A place called Zaporizhye (obviously not a regional centre) – image from 

Finally, Zaporizhye is, I think, of far greater importance than all but a few commentators have so far indicated. It is a centre that the west dearly wants to cling on to, so there may be quite a fight for its control. One of the major reasons for that is, I think, the presence of the Motor Sich aircraft engine plant situated within the city. This is of global significance. To explain, better than I can, here is a 2021 western appraisal of the value of the Motor Sich asset by Global Security –

Russian interests have of course long known of the value of this facility and have siphoned off most of the experts, plans and knowledge base for duplication of the plant elsewhere (I read that somewhere but cannot now find the source), leaving the working precision machinery of the plant (since they don’t yet control the city). But the west it seems has now been denied the production of the plant, which has large back orders for its products from around the world (mainly helicopter and drone engines – including Turkey’s Bayraktar drones), by a precision missile attack which, given the success of previous such attacks elsewhere, I feel sure will have been completely effective – but not perhaps more destructive than necessary. (Sputnik:  Watch Russian Precision Missiles Blast Off for Ukraine’s Motor Sich Aircraft Engine Plant) This could well reduce the appetite for already demoralised Ukraine forces to find the city a place worth dying for – if indeed there is still a cohesive Ukraine army by the time the Russian forces get around to liberating it. This may well have been factored into the Russian decision not to push for an earlier drive on this particular city (and other important urban areas).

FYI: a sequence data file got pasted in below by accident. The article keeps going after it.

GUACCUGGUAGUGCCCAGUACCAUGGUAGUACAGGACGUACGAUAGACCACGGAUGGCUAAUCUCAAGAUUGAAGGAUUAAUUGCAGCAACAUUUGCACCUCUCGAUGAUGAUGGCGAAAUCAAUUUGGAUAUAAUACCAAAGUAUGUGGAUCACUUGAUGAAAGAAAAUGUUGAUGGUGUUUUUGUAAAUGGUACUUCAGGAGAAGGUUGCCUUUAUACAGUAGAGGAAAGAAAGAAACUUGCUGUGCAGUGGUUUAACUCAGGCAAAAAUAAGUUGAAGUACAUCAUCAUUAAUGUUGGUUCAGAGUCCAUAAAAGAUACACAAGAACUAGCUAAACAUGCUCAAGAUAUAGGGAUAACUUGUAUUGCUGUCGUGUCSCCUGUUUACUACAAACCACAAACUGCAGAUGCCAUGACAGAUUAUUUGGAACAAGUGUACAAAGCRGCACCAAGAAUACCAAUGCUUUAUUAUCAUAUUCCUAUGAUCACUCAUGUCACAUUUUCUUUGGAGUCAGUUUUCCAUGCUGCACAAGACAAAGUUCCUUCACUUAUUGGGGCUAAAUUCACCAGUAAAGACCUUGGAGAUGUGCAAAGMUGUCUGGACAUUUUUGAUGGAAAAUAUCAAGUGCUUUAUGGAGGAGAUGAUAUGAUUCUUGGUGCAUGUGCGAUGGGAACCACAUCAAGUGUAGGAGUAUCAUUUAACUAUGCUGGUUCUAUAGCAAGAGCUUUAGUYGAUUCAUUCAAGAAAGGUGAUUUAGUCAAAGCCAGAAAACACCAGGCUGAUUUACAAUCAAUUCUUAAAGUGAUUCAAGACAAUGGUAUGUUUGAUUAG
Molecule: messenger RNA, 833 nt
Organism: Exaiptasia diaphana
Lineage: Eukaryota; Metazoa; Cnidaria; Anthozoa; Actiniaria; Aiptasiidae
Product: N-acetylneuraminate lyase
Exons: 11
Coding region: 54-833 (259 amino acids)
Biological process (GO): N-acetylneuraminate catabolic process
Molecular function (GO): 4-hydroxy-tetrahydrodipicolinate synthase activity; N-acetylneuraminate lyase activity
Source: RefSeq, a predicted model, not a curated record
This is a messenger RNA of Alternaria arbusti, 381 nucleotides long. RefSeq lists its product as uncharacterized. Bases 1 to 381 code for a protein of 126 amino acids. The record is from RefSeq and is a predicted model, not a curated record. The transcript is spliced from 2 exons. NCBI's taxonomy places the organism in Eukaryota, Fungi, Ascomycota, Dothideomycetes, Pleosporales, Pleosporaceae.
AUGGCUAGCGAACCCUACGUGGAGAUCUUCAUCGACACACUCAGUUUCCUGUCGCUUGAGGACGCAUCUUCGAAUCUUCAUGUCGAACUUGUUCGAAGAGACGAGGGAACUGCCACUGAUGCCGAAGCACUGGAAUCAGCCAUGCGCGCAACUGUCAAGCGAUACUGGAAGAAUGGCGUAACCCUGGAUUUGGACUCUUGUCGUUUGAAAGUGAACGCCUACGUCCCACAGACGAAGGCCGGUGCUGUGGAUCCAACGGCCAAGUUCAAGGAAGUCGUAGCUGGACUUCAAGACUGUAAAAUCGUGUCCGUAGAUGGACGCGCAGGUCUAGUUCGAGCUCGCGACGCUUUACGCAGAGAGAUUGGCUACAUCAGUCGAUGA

And so the Zaporozhye/Zaporizhye question is still unresolved. That situation will not remain so for much longer.